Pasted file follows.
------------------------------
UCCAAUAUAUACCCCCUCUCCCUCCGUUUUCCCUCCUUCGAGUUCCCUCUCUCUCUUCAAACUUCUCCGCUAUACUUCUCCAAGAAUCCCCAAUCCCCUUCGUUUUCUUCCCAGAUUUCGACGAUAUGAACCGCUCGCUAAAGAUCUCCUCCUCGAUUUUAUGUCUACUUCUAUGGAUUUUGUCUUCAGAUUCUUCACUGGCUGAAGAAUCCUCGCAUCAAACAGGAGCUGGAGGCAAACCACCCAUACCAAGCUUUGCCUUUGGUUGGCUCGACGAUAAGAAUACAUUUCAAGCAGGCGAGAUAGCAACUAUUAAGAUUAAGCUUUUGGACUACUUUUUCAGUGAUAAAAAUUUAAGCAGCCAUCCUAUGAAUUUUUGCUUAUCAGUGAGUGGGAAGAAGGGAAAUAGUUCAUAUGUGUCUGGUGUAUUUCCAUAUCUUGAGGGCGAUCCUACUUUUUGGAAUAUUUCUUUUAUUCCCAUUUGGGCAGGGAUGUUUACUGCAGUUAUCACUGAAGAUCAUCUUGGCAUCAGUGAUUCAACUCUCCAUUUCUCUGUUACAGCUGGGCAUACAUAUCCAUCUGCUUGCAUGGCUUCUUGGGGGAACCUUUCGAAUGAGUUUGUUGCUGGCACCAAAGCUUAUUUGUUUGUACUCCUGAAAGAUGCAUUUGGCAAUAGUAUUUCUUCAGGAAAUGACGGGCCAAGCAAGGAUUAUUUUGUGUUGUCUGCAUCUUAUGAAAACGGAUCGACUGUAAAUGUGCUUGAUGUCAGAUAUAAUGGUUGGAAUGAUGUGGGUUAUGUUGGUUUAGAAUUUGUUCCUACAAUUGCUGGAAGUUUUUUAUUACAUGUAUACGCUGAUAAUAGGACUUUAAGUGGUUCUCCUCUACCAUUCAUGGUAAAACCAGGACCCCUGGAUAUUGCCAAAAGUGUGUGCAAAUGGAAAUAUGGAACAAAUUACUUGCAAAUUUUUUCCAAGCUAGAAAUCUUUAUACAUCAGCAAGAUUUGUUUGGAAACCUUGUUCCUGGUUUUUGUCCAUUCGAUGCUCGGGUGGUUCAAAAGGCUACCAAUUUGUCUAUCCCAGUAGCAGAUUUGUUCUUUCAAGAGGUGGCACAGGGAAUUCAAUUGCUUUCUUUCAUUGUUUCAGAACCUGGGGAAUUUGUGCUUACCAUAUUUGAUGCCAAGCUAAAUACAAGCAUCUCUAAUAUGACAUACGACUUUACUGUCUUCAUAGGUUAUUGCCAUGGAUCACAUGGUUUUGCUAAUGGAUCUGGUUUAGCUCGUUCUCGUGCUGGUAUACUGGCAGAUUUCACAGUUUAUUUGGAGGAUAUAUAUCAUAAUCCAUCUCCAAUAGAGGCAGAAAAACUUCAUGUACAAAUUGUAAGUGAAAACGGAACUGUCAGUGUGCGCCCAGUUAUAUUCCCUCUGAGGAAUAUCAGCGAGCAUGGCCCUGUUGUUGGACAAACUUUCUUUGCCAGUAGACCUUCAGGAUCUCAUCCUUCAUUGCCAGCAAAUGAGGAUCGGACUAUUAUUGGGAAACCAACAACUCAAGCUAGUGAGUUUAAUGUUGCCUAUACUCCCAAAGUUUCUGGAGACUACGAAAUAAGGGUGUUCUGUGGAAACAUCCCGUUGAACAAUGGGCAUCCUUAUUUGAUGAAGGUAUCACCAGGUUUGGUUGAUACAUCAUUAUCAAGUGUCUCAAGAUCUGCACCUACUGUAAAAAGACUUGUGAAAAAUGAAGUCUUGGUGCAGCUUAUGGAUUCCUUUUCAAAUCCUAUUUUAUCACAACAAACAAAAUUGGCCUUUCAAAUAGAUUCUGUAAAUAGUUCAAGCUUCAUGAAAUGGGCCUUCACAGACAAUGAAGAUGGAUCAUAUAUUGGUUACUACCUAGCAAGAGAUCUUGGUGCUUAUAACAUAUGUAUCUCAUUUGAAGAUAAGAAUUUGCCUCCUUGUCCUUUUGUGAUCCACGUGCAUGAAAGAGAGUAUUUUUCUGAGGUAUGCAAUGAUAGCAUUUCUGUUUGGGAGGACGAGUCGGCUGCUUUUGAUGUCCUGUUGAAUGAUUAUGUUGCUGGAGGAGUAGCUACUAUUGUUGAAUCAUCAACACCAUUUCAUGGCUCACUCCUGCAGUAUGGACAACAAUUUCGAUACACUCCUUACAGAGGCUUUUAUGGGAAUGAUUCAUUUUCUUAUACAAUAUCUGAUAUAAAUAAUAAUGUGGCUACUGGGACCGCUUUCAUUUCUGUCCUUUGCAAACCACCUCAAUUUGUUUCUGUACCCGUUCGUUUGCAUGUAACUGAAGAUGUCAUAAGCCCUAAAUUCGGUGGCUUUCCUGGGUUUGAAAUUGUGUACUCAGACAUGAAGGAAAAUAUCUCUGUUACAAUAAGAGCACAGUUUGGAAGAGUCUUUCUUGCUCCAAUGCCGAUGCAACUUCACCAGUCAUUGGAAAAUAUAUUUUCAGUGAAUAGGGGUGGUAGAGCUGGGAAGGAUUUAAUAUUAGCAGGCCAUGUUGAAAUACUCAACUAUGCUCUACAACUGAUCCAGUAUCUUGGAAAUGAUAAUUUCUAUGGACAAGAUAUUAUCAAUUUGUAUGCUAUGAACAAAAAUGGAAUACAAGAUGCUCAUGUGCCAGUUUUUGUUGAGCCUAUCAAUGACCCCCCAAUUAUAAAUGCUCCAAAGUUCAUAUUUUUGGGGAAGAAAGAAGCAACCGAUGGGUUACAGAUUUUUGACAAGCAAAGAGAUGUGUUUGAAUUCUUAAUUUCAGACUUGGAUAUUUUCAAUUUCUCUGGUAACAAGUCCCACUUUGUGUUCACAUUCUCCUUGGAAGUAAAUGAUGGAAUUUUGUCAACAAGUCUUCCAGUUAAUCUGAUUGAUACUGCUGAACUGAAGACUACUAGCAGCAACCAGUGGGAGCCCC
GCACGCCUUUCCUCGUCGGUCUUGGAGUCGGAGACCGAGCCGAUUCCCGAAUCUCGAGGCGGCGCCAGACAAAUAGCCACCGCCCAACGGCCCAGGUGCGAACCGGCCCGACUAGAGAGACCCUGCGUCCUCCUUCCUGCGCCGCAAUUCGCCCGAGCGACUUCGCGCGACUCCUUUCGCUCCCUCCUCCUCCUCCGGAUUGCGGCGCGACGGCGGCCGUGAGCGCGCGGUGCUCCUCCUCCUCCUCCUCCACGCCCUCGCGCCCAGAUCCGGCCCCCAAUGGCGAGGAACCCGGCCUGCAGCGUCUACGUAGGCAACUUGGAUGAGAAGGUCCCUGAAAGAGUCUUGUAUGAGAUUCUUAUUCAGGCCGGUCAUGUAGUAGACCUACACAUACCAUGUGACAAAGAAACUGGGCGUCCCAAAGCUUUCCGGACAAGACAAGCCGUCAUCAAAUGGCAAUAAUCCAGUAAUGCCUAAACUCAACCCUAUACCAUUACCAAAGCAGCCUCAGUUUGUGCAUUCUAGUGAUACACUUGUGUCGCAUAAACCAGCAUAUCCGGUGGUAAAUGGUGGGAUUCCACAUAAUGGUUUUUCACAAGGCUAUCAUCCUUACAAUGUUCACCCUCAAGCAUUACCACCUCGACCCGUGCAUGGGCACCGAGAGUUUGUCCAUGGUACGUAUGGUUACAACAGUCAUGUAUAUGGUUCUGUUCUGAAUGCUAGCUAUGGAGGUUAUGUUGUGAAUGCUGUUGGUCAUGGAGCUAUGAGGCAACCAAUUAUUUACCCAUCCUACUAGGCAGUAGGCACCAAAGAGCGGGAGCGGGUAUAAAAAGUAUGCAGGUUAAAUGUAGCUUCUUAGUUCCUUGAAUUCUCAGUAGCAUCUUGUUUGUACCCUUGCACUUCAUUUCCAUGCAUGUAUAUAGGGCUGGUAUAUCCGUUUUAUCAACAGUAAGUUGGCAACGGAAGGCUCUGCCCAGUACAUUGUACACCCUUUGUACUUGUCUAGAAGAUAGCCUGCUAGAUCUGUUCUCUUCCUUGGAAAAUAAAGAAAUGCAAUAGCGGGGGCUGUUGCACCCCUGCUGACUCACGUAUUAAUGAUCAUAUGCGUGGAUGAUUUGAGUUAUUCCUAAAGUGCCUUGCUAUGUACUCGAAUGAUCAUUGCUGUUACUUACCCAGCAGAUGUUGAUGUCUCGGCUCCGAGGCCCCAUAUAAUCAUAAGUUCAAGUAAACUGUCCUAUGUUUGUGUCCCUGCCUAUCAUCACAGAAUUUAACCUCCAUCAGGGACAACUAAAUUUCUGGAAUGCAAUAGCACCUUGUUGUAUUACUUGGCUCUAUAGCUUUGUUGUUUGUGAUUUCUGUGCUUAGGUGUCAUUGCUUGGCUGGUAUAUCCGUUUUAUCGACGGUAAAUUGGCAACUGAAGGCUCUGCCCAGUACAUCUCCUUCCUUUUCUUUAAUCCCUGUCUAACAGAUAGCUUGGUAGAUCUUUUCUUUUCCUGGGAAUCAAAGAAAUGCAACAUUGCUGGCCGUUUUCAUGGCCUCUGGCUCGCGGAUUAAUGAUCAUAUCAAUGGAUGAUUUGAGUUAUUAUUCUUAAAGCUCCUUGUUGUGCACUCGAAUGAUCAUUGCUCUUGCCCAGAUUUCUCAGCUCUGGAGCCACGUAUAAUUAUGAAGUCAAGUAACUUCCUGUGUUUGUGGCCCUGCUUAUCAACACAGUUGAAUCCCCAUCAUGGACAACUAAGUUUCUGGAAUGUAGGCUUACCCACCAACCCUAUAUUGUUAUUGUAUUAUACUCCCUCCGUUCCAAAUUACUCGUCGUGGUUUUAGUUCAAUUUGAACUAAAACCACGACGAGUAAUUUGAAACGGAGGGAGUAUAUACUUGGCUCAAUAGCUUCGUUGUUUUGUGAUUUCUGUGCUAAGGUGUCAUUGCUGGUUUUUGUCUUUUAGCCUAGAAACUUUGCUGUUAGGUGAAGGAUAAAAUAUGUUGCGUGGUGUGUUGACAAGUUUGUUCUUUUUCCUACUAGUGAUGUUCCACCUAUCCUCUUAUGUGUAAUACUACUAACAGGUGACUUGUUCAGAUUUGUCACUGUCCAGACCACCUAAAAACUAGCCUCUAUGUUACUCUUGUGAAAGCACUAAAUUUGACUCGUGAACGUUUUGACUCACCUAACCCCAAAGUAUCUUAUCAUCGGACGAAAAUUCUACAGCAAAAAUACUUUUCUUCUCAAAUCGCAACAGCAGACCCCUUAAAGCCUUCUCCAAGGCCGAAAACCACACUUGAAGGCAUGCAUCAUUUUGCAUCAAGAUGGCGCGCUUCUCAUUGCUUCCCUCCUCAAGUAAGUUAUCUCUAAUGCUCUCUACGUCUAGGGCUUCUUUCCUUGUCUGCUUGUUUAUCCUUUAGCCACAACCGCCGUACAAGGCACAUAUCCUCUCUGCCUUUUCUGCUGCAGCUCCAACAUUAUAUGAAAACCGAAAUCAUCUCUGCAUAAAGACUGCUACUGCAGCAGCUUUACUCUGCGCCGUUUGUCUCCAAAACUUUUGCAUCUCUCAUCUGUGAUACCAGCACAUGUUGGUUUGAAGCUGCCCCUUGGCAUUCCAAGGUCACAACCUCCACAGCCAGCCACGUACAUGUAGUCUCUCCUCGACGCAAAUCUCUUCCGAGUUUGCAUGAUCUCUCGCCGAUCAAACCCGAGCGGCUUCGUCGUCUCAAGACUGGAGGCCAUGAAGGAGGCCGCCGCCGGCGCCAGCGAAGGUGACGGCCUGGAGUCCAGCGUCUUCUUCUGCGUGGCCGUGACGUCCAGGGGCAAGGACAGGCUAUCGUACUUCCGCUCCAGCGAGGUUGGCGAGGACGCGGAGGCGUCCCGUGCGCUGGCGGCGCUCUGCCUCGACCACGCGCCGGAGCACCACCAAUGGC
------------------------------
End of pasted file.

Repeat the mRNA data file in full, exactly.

UCCAAUAUAUACCCCCUCUCCCUCCGUUUUCCCUCCUUCGAGUUCCCUCUCUCUCUUCAAACUUCUCCGCUAUACUUCUCCAAGAAUCCCCAAUCCCCUUCGUUUUCUUCCCAGAUUUCGACGAUAUGAACCGCUCGCUAAAGAUCUCCUCCUCGAUUUUAUGUCUACUUCUAUGGAUUUUGUCUUCAGAUUCUUCACUGGCUGAAGAAUCCUCGCAUCAAACAGGAGCUGGAGGCAAACCACCCAUACCAAGCUUUGCCUUUGGUUGGCUCGACGAUAAGAAUACAUUUCAAGCAGGCGAGAUAGCAACUAUUAAGAUUAAGCUUUUGGACUACUUUUUCAGUGAUAAAAAUUUAAGCAGCCAUCCUAUGAAUUUUUGCUUAUCAGUGAGUGGGAAGAAGGGAAAUAGUUCAUAUGUGUCUGGUGUAUUUCCAUAUCUUGAGGGCGAUCCUACUUUUUGGAAUAUUUCUUUUAUUCCCAUUUGGGCAGGGAUGUUUACUGCAGUUAUCACUGAAGAUCAUCUUGGCAUCAGUGAUUCAACUCUCCAUUUCUCUGUUACAGCUGGGCAUACAUAUCCAUCUGCUUGCAUGGCUUCUUGGGGGAACCUUUCGAAUGAGUUUGUUGCUGGCACCAAAGCUUAUUUGUUUGUACUCCUGAAAGAUGCAUUUGGCAAUAGUAUUUCUUCAGGAAAUGACGGGCCAAGCAAGGAUUAUUUUGUGUUGUCUGCAUCUUAUGAAAACGGAUCGACUGUAAAUGUGCUUGAUGUCAGAUAUAAUGGUUGGAAUGAUGUGGGUUAUGUUGGUUUAGAAUUUGUUCCUACAAUUGCUGGAAGUUUUUUAUUACAUGUAUACGCUGAUAAUAGGACUUUAAGUGGUUCUCCUCUACCAUUCAUGGUAAAACCAGGACCCCUGGAUAUUGCCAAAAGUGUGUGCAAAUGGAAAUAUGGAACAAAUUACUUGCAAAUUUUUUCCAAGCUAGAAAUCUUUAUACAUCAGCAAGAUUUGUUUGGAAACCUUGUUCCUGGUUUUUGUCCAUUCGAUGCUCGGGUGGUUCAAAAGGCUACCAAUUUGUCUAUCCCAGUAGCAGAUUUGUUCUUUCAAGAGGUGGCACAGGGAAUUCAAUUGCUUUCUUUCAUUGUUUCAGAACCUGGGGAAUUUGUGCUUACCAUAUUUGAUGCCAAGCUAAAUACAAGCAUCUCUAAUAUGACAUACGACUUUACUGUCUUCAUAGGUUAUUGCCAUGGAUCACAUGGUUUUGCUAAUGGAUCUGGUUUAGCUCGUUCUCGUGCUGGUAUACUGGCAGAUUUCACAGUUUAUUUGGAGGAUAUAUAUCAUAAUCCAUCUCCAAUAGAGGCAGAAAAACUUCAUGUACAAAUUGUAAGUGAAAACGGAACUGUCAGUGUGCGCCCAGUUAUAUUCCCUCUGAGGAAUAUCAGCGAGCAUGGCCCUGUUGUUGGACAAACUUUCUUUGCCAGUAGACCUUCAGGAUCUCAUCCUUCAUUGCCAGCAAAUGAGGAUCGGACUAUUAUUGGGAAACCAACAACUCAAGCUAGUGAGUUUAAUGUUGCCUAUACUCCCAAAGUUUCUGGAGACUACGAAAUAAGGGUGUUCUGUGGAAACAUCCCGUUGAACAAUGGGCAUCCUUAUUUGAUGAAGGUAUCACCAGGUUUGGUUGAUACAUCAUUAUCAAGUGUCUCAAGAUCUGCACCUACUGUAAAAAGACUUGUGAAAAAUGAAGUCUUGGUGCAGCUUAUGGAUUCCUUUUCAAAUCCUAUUUUAUCACAACAAACAAAAUUGGCCUUUCAAAUAGAUUCUGUAAAUAGUUCAAGCUUCAUGAAAUGGGCCUUCACAGACAAUGAAGAUGGAUCAUAUAUUGGUUACUACCUAGCAAGAGAUCUUGGUGCUUAUAACAUAUGUAUCUCAUUUGAAGAUAAGAAUUUGCCUCCUUGUCCUUUUGUGAUCCACGUGCAUGAAAGAGAGUAUUUUUCUGAGGUAUGCAAUGAUAGCAUUUCUGUUUGGGAGGACGAGUCGGCUGCUUUUGAUGUCCUGUUGAAUGAUUAUGUUGCUGGAGGAGUAGCUACUAUUGUUGAAUCAUCAACACCAUUUCAUGGCUCACUCCUGCAGUAUGGACAACAAUUUCGAUACACUCCUUACAGAGGCUUUUAUGGGAAUGAUUCAUUUUCUUAUACAAUAUCUGAUAUAAAUAAUAAUGUGGCUACUGGGACCGCUUUCAUUUCUGUCCUUUGCAAACCACCUCAAUUUGUUUCUGUACCCGUUCGUUUGCAUGUAACUGAAGAUGUCAUAAGCCCUAAAUUCGGUGGCUUUCCUGGGUUUGAAAUUGUGUACUCAGACAUGAAGGAAAAUAUCUCUGUUACAAUAAGAGCACAGUUUGGAAGAGUCUUUCUUGCUCCAAUGCCGAUGCAACUUCACCAGUCAUUGGAAAAUAUAUUUUCAGUGAAUAGGGGUGGUAGAGCUGGGAAGGAUUUAAUAUUAGCAGGCCAUGUUGAAAUACUCAACUAUGCUCUACAACUGAUCCAGUAUCUUGGAAAUGAUAAUUUCUAUGGACAAGAUAUUAUCAAUUUGUAUGCUAUGAACAAAAAUGGAAUACAAGAUGCUCAUGUGCCAGUUUUUGUUGAGCCUAUCAAUGACCCCCCAAUUAUAAAUGCUCCAAAGUUCAUAUUUUUGGGGAAGAAAGAAGCAACCGAUGGGUUACAGAUUUUUGACAAGCAAAGAGAUGUGUUUGAAUUCUUAAUUUCAGACUUGGAUAUUUUCAAUUUCUCUGGUAACAAGUCCCACUUUGUGUUCACAUUCUCCUUGGAAGUAAAUGAUGGAAUUUUGUCAACAAGUCUUCCAGUUAAUCUGAUUGAUACUGCUGAACUGAAGACUACUAGCAGCAACCAGUGGGAGCCCC
GCACGCCUUUCCUCGUCGGUCUUGGAGUCGGAGACCGAGCCGAUUCCCGAAUCUCGAGGCGGCGCCAGACAAAUAGCCACCGCCCAACGGCCCAGGUGCGAACCGGCCCGACUAGAGAGACCCUGCGUCCUCCUUCCUGCGCCGCAAUUCGCCCGAGCGACUUCGCGCGACUCCUUUCGCUCCCUCCUCCUCCUCCGGAUUGCGGCGCGACGGCGGCCGUGAGCGCGCGGUGCUCCUCCUCCUCCUCCUCCACGCCCUCGCGCCCAGAUCCGGCCCCCAAUGGCGAGGAACCCGGCCUGCAGCGUCUACGUAGGCAACUUGGAUGAGAAGGUCCCUGAAAGAGUCUUGUAUGAGAUUCUUAUUCAGGCCGGUCAUGUAGUAGACCUACACAUACCAUGUGACAAAGAAACUGGGCGUCCCAAAGCUUUCCGGACAAGACAAGCCGUCAUCAAAUGGCAAUAAUCCAGUAAUGCCUAAACUCAACCCUAUACCAUUACCAAAGCAGCCUCAGUUUGUGCAUUCUAGUGAUACACUUGUGUCGCAUAAACCAGCAUAUCCGGUGGUAAAUGGUGGGAUUCCACAUAAUGGUUUUUCACAAGGCUAUCAUCCUUACAAUGUUCACCCUCAAGCAUUACCACCUCGACCCGUGCAUGGGCACCGAGAGUUUGUCCAUGGUACGUAUGGUUACAACAGUCAUGUAUAUGGUUCUGUUCUGAAUGCUAGCUAUGGAGGUUAUGUUGUGAAUGCUGUUGGUCAUGGAGCUAUGAGGCAACCAAUUAUUUACCCAUCCUACUAGGCAGUAGGCACCAAAGAGCGGGAGCGGGUAUAAAAAGUAUGCAGGUUAAAUGUAGCUUCUUAGUUCCUUGAAUUCUCAGUAGCAUCUUGUUUGUACCCUUGCACUUCAUUUCCAUGCAUGUAUAUAGGGCUGGUAUAUCCGUUUUAUCAACAGUAAGUUGGCAACGGAAGGCUCUGCCCAGUACAUUGUACACCCUUUGUACUUGUCUAGAAGAUAGCCUGCUAGAUCUGUUCUCUUCCUUGGAAAAUAAAGAAAUGCAAUAGCGGGGGCUGUUGCACCCCUGCUGACUCACGUAUUAAUGAUCAUAUGCGUGGAUGAUUUGAGUUAUUCCUAAAGUGCCUUGCUAUGUACUCGAAUGAUCAUUGCUGUUACUUACCCAGCAGAUGUUGAUGUCUCGGCUCCGAGGCCCCAUAUAAUCAUAAGUUCAAGUAAACUGUCCUAUGUUUGUGUCCCUGCCUAUCAUCACAGAAUUUAACCUCCAUCAGGGACAACUAAAUUUCUGGAAUGCAAUAGCACCUUGUUGUAUUACUUGGCUCUAUAGCUUUGUUGUUUGUGAUUUCUGUGCUUAGGUGUCAUUGCUUGGCUGGUAUAUCCGUUUUAUCGACGGUAAAUUGGCAACUGAAGGCUCUGCCCAGUACAUCUCCUUCCUUUUCUUUAAUCCCUGUCUAACAGAUAGCUUGGUAGAUCUUUUCUUUUCCUGGGAAUCAAAGAAAUGCAACAUUGCUGGCCGUUUUCAUGGCCUCUGGCUCGCGGAUUAAUGAUCAUAUCAAUGGAUGAUUUGAGUUAUUAUUCUUAAAGCUCCUUGUUGUGCACUCGAAUGAUCAUUGCUCUUGCCCAGAUUUCUCAGCUCUGGAGCCACGUAUAAUUAUGAAGUCAAGUAACUUCCUGUGUUUGUGGCCCUGCUUAUCAACACAGUUGAAUCCCCAUCAUGGACAACUAAGUUUCUGGAAUGUAGGCUUACCCACCAACCCUAUAUUGUUAUUGUAUUAUACUCCCUCCGUUCCAAAUUACUCGUCGUGGUUUUAGUUCAAUUUGAACUAAAACCACGACGAGUAAUUUGAAACGGAGGGAGUAUAUACUUGGCUCAAUAGCUUCGUUGUUUUGUGAUUUCUGUGCUAAGGUGUCAUUGCUGGUUUUUGUCUUUUAGCCUAGAAACUUUGCUGUUAGGUGAAGGAUAAAAUAUGUUGCGUGGUGUGUUGACAAGUUUGUUCUUUUUCCUACUAGUGAUGUUCCACCUAUCCUCUUAUGUGUAAUACUACUAACAGGUGACUUGUUCAGAUUUGUCACUGUCCAGACCACCUAAAAACUAGCCUCUAUGUUACUCUUGUGAAAGCACUAAAUUUGACUCGUGAACGUUUUGACUCACCUAACCCCAAAGUAUCUUAUCAUCGGACGAAAAUUCUACAGCAAAAAUACUUUUCUUCUCAAAUCGCAACAGCAGACCCCUUAAAGCCUUCUCCAAGGCCGAAAACCACACUUGAAGGCAUGCAUCAUUUUGCAUCAAGAUGGCGCGCUUCUCAUUGCUUCCCUCCUCAAGUAAGUUAUCUCUAAUGCUCUCUACGUCUAGGGCUUCUUUCCUUGUCUGCUUGUUUAUCCUUUAGCCACAACCGCCGUACAAGGCACAUAUCCUCUCUGCCUUUUCUGCUGCAGCUCCAACAUUAUAUGAAAACCGAAAUCAUCUCUGCAUAAAGACUGCUACUGCAGCAGCUUUACUCUGCGCCGUUUGUCUCCAAAACUUUUGCAUCUCUCAUCUGUGAUACCAGCACAUGUUGGUUUGAAGCUGCCCCUUGGCAUUCCAAGGUCACAACCUCCACAGCCAGCCACGUACAUGUAGUCUCUCCUCGACGCAAAUCUCUUCCGAGUUUGCAUGAUCUCUCGCCGAUCAAACCCGAGCGGCUUCGUCGUCUCAAGACUGGAGGCCAUGAAGGAGGCCGCCGCCGGCGCCAGCGAAGGUGACGGCCUGGAGUCCAGCGUCUUCUUCUGCGUGGCCGUGACGUCCAGGGGCAAGGACAGGCUAUCGUACUUCCGCUCCAGCGAGGUUGGCGAGGACGCGGAGGCGUCCCGUGCGCUGGCGGCGCUCUGCCUCGACCACGCGCCGGAGCACCACCAAUGGC